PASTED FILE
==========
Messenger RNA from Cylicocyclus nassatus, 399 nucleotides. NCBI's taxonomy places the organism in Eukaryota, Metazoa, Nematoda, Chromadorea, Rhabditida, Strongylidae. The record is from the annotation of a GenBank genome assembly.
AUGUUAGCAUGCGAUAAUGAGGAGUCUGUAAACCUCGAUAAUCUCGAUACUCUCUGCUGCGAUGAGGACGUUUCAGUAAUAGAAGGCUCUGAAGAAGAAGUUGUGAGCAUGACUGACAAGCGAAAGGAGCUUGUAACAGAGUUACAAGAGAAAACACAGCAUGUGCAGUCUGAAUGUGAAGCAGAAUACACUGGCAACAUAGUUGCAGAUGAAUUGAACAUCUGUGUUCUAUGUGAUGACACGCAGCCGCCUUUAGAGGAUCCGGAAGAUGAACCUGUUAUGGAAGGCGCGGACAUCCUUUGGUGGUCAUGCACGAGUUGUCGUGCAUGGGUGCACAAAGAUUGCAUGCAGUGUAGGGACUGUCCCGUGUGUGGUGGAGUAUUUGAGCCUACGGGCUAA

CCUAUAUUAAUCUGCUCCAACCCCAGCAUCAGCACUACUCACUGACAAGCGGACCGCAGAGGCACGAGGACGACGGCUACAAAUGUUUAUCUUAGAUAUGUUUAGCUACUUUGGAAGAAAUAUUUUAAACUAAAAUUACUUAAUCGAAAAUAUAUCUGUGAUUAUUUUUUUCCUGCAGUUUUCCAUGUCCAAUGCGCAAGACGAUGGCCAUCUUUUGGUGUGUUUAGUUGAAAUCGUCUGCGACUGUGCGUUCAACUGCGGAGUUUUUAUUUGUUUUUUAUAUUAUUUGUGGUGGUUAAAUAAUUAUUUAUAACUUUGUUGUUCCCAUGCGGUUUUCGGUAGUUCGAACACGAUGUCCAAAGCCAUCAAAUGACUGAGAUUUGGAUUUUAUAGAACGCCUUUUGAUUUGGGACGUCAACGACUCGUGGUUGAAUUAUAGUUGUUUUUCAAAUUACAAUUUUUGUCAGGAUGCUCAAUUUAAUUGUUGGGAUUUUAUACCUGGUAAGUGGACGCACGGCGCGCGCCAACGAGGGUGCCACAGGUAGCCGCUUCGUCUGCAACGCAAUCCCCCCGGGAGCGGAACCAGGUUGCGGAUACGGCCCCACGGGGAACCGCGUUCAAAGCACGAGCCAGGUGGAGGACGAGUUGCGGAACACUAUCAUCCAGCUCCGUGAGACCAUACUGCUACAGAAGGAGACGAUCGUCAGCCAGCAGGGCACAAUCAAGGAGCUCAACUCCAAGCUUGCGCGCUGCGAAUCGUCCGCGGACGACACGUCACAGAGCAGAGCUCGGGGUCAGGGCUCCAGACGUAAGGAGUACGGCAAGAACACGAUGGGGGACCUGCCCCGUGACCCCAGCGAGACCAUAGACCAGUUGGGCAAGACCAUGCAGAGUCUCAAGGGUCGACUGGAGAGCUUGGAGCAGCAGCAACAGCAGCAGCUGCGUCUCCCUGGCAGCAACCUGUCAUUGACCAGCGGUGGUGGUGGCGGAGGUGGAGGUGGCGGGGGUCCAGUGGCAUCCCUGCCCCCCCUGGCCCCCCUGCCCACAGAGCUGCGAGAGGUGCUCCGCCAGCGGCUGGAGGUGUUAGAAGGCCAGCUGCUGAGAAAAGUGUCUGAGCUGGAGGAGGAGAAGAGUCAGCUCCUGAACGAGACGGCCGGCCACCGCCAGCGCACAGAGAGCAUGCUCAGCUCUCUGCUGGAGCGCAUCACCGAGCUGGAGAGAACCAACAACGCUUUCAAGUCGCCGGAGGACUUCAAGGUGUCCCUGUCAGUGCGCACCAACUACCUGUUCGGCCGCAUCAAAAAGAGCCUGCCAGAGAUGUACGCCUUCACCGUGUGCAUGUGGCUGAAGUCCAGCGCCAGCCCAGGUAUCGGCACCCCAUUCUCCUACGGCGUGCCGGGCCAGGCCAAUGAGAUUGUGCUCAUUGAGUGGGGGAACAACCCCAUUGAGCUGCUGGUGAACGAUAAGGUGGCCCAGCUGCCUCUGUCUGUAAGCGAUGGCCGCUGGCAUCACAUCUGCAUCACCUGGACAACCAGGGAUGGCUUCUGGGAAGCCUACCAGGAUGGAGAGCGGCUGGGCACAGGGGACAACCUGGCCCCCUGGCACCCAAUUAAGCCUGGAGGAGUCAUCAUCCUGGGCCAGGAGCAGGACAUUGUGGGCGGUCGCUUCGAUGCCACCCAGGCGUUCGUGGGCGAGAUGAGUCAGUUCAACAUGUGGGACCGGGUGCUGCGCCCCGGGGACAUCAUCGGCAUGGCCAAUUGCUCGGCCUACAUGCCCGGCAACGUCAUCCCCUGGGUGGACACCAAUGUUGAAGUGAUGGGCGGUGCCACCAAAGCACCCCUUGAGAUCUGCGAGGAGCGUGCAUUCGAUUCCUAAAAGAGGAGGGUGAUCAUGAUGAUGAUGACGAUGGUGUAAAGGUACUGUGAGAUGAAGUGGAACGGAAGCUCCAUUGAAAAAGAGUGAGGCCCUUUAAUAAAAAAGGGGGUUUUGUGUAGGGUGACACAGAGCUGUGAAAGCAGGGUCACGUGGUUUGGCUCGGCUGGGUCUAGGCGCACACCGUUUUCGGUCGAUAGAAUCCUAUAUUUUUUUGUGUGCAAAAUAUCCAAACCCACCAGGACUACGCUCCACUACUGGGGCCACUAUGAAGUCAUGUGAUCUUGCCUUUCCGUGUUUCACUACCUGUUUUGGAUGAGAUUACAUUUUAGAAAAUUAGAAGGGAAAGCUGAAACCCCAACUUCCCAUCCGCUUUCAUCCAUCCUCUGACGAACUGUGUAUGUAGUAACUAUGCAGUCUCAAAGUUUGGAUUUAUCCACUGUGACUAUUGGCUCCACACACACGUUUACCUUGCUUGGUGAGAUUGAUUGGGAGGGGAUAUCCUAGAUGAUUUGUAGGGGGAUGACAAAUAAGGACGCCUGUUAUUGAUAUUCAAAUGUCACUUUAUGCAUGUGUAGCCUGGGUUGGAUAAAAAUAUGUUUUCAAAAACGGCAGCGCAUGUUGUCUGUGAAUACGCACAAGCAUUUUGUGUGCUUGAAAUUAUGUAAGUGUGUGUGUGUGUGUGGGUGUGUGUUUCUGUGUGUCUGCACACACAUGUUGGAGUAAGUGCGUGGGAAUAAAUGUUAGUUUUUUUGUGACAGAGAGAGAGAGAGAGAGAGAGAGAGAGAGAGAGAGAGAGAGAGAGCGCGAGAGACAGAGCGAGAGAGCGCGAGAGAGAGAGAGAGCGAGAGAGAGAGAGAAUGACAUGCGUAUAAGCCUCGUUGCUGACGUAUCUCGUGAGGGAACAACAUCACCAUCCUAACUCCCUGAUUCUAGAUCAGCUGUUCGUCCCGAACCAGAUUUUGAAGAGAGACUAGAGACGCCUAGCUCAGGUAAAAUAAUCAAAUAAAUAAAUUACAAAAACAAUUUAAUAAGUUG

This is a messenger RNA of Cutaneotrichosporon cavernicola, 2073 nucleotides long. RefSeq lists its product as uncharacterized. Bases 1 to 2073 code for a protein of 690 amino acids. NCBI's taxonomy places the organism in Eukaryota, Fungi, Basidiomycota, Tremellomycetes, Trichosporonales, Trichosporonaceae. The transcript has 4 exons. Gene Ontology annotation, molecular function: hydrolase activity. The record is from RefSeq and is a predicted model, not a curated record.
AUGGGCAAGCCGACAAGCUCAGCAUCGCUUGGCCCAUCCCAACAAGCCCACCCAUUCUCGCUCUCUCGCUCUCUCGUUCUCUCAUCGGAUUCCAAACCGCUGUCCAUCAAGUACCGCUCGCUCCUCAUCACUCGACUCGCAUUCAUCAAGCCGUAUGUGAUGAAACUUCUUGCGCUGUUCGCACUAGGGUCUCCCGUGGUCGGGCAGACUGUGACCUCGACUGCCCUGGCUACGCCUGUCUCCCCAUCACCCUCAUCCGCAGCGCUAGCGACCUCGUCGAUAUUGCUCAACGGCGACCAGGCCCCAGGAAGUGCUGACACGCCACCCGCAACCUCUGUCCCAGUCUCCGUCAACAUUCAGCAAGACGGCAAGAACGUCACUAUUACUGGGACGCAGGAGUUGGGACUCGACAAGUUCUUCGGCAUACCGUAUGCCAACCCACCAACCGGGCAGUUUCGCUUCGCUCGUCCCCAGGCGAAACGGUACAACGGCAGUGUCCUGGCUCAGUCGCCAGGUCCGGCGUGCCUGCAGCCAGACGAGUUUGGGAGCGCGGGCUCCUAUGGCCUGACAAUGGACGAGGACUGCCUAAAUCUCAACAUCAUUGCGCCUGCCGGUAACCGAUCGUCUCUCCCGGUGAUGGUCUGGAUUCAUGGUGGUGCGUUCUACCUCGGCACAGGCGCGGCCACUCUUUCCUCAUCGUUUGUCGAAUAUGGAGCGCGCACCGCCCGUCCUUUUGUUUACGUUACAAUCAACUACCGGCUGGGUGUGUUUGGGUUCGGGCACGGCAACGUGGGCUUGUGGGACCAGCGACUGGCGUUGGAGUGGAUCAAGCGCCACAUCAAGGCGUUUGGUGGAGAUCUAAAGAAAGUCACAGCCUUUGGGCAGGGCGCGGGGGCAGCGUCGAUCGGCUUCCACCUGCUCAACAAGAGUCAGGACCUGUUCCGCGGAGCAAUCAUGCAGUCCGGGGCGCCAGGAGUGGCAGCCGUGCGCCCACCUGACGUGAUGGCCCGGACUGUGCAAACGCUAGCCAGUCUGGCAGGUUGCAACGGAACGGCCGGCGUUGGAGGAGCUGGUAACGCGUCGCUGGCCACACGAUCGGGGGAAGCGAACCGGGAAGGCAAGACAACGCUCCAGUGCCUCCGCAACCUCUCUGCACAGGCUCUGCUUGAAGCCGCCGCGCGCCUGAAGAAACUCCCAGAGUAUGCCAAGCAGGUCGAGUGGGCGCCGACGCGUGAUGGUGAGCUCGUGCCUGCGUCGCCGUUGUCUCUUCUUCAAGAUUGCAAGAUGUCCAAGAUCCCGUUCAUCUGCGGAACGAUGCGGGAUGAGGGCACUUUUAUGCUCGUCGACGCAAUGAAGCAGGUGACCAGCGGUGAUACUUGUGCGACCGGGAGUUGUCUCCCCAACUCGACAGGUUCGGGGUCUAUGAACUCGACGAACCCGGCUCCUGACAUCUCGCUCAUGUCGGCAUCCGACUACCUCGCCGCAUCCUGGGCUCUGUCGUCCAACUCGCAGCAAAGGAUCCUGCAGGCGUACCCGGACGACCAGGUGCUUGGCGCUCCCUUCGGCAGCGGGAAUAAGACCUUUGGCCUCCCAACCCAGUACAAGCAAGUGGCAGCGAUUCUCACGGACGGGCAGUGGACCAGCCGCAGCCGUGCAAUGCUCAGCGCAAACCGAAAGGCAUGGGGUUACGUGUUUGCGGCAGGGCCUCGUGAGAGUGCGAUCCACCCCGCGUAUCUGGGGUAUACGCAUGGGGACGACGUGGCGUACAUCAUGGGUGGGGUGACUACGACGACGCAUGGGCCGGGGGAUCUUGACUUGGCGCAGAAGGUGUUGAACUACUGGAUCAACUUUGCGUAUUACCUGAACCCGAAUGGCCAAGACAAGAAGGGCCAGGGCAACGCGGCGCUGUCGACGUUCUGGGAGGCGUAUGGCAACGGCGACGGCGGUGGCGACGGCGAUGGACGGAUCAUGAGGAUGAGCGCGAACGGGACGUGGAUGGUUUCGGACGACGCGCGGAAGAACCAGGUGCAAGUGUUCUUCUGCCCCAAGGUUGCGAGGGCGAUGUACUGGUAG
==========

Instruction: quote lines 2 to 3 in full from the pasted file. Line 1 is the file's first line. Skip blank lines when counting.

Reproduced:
AUGUUAGCAUGCGAUAAUGAGGAGUCUGUAAACCUCGAUAAUCUCGAUACUCUCUGCUGCGAUGAGGACGUUUCAGUAAUAGAAGGCUCUGAAGAAGAAGUUGUGAGCAUGACUGACAAGCGAAAGGAGCUUGUAACAGAGUUACAAGAGAAAACACAGCAUGUGCAGUCUGAAUGUGAAGCAGAAUACACUGGCAACAUAGUUGCAGAUGAAUUGAACAUCUGUGUUCUAUGUGAUGACACGCAGCCGCCUUUAGAGGAUCCGGAAGAUGAACCUGUUAUGGAAGGCGCGGACAUCCUUUGGUGGUCAUGCACGAGUUGUCGUGCAUGGGUGCACAAAGAUUGCAUGCAGUGUAGGGACUGUCCCGUGUGUGGUGGAGUAUUUGAGCCUACGGGCUAA

CCUAUAUUAAUCUGCUCCAACCCCAGCAUCAGCACUACUCACUGACAAGCGGACCGCAGAGGCACGAGGACGACGGCUACAAAUGUUUAUCUUAGAUAUGUUUAGCUACUUUGGAAGAAAUAUUUUAAACUAAAAUUACUUAAUCGAAAAUAUAUCUGUGAUUAUUUUUUUCCUGCAGUUUUCCAUGUCCAAUGCGCAAGACGAUGGCCAUCUUUUGGUGUGUUUAGUUGAAAUCGUCUGCGACUGUGCGUUCAACUGCGGAGUUUUUAUUUGUUUUUUAUAUUAUUUGUGGUGGUUAAAUAAUUAUUUAUAACUUUGUUGUUCCCAUGCGGUUUUCGGUAGUUCGAACACGAUGUCCAAAGCCAUCAAAUGACUGAGAUUUGGAUUUUAUAGAACGCCUUUUGAUUUGGGACGUCAACGACUCGUGGUUGAAUUAUAGUUGUUUUUCAAAUUACAAUUUUUGUCAGGAUGCUCAAUUUAAUUGUUGGGAUUUUAUACCUGGUAAGUGGACGCACGGCGCGCGCCAACGAGGGUGCCACAGGUAGCCGCUUCGUCUGCAACGCAAUCCCCCCGGGAGCGGAACCAGGUUGCGGAUACGGCCCCACGGGGAACCGCGUUCAAAGCACGAGCCAGGUGGAGGACGAGUUGCGGAACACUAUCAUCCAGCUCCGUGAGACCAUACUGCUACAGAAGGAGACGAUCGUCAGCCAGCAGGGCACAAUCAAGGAGCUCAACUCCAAGCUUGCGCGCUGCGAAUCGUCCGCGGACGACACGUCACAGAGCAGAGCUCGGGGUCAGGGCUCCAGACGUAAGGAGUACGGCAAGAACACGAUGGGGGACCUGCCCCGUGACCCCAGCGAGACCAUAGACCAGUUGGGCAAGACCAUGCAGAGUCUCAAGGGUCGACUGGAGAGCUUGGAGCAGCAGCAACAGCAGCAGCUGCGUCUCCCUGGCAGCAACCUGUCAUUGACCAGCGGUGGUGGUGGCGGAGGUGGAGGUGGCGGGGGUCCAGUGGCAUCCCUGCCCCCCCUGGCCCCCCUGCCCACAGAGCUGCGAGAGGUGCUCCGCCAGCGGCUGGAGGUGUUAGAAGGCCAGCUGCUGAGAAAAGUGUCUGAGCUGGAGGAGGAGAAGAGUCAGCUCCUGAACGAGACGGCCGGCCACCGCCAGCGCACAGAGAGCAUGCUCAGCUCUCUGCUGGAGCGCAUCACCGAGCUGGAGAGAACCAACAACGCUUUCAAGUCGCCGGAGGACUUCAAGGUGUCCCUGUCAGUGCGCACCAACUACCUGUUCGGCCGCAUCAAAAAGAGCCUGCCAGAGAUGUACGCCUUCACCGUGUGCAUGUGGCUGAAGUCCAGCGCCAGCCCAGGUAUCGGCACCCCAUUCUCCUACGGCGUGCCGGGCCAGGCCAAUGAGAUUGUGCUCAUUGAGUGGGGGAACAACCCCAUUGAGCUGCUGGUGAACGAUAAGGUGGCCCAGCUGCCUCUGUCUGUAAGCGAUGGCCGCUGGCAUCACAUCUGCAUCACCUGGACAACCAGGGAUGGCUUCUGGGAAGCCUACCAGGAUGGAGAGCGGCUGGGCACAGGGGACAACCUGGCCCCCUGGCACCCAAUUAAGCCUGGAGGAGUCAUCAUCCUGGGCCAGGAGCAGGACAUUGUGGGCGGUCGCUUCGAUGCCACCCAGGCGUUCGUGGGCGAGAUGAGUCAGUUCAACAUGUGGGACCGGGUGCUGCGCCCCGGGGACAUCAUCGGCAUGGCCAAUUGCUCGGCCUACAUGCCCGGCAACGUCAUCCCCUGGGUGGACACCAAUGUUGAAGUGAUGGGCGGUGCCACCAAAGCACCCCUUGAGAUCUGCGAGGAGCGUGCAUUCGAUUCCUAAAAGAGGAGGGUGAUCAUGAUGAUGAUGACGAUGGUGUAAAGGUACUGUGAGAUGAAGUGGAACGGAAGCUCCAUUGAAAAAGAGUGAGGCCCUUUAAUAAAAAAGGGGGUUUUGUGUAGGGUGACACAGAGCUGUGAAAGCAGGGUCACGUGGUUUGGCUCGGCUGGGUCUAGGCGCACACCGUUUUCGGUCGAUAGAAUCCUAUAUUUUUUUGUGUGCAAAAUAUCCAAACCCACCAGGACUACGCUCCACUACUGGGGCCACUAUGAAGUCAUGUGAUCUUGCCUUUCCGUGUUUCACUACCUGUUUUGGAUGAGAUUACAUUUUAGAAAAUUAGAAGGGAAAGCUGAAACCCCAACUUCCCAUCCGCUUUCAUCCAUCCUCUGACGAACUGUGUAUGUAGUAACUAUGCAGUCUCAAAGUUUGGAUUUAUCCACUGUGACUAUUGGCUCCACACACACGUUUACCUUGCUUGGUGAGAUUGAUUGGGAGGGGAUAUCCUAGAUGAUUUGUAGGGGGAUGACAAAUAAGGACGCCUGUUAUUGAUAUUCAAAUGUCACUUUAUGCAUGUGUAGCCUGGGUUGGAUAAAAAUAUGUUUUCAAAAACGGCAGCGCAUGUUGUCUGUGAAUACGCACAAGCAUUUUGUGUGCUUGAAAUUAUGUAAGUGUGUGUGUGUGUGUGGGUGUGUGUUUCUGUGUGUCUGCACACACAUGUUGGAGUAAGUGCGUGGGAAUAAAUGUUAGUUUUUUUGUGACAGAGAGAGAGAGAGAGAGAGAGAGAGAGAGAGAGAGAGAGAGAGAGCGCGAGAGACAGAGCGAGAGAGCGCGAGAGAGAGAGAGAGCGAGAGAGAGAGAGAAUGACAUGCGUAUAAGCCUCGUUGCUGACGUAUCUCGUGAGGGAACAACAUCACCAUCCUAACUCCCUGAUUCUAGAUCAGCUGUUCGUCCCGAACCAGAUUUUGAAGAGAGACUAGAGACGCCUAGCUCAGGUAAAAUAAUCAAAUAAAUAAAUUACAAAAACAAUUUAAUAAGUUG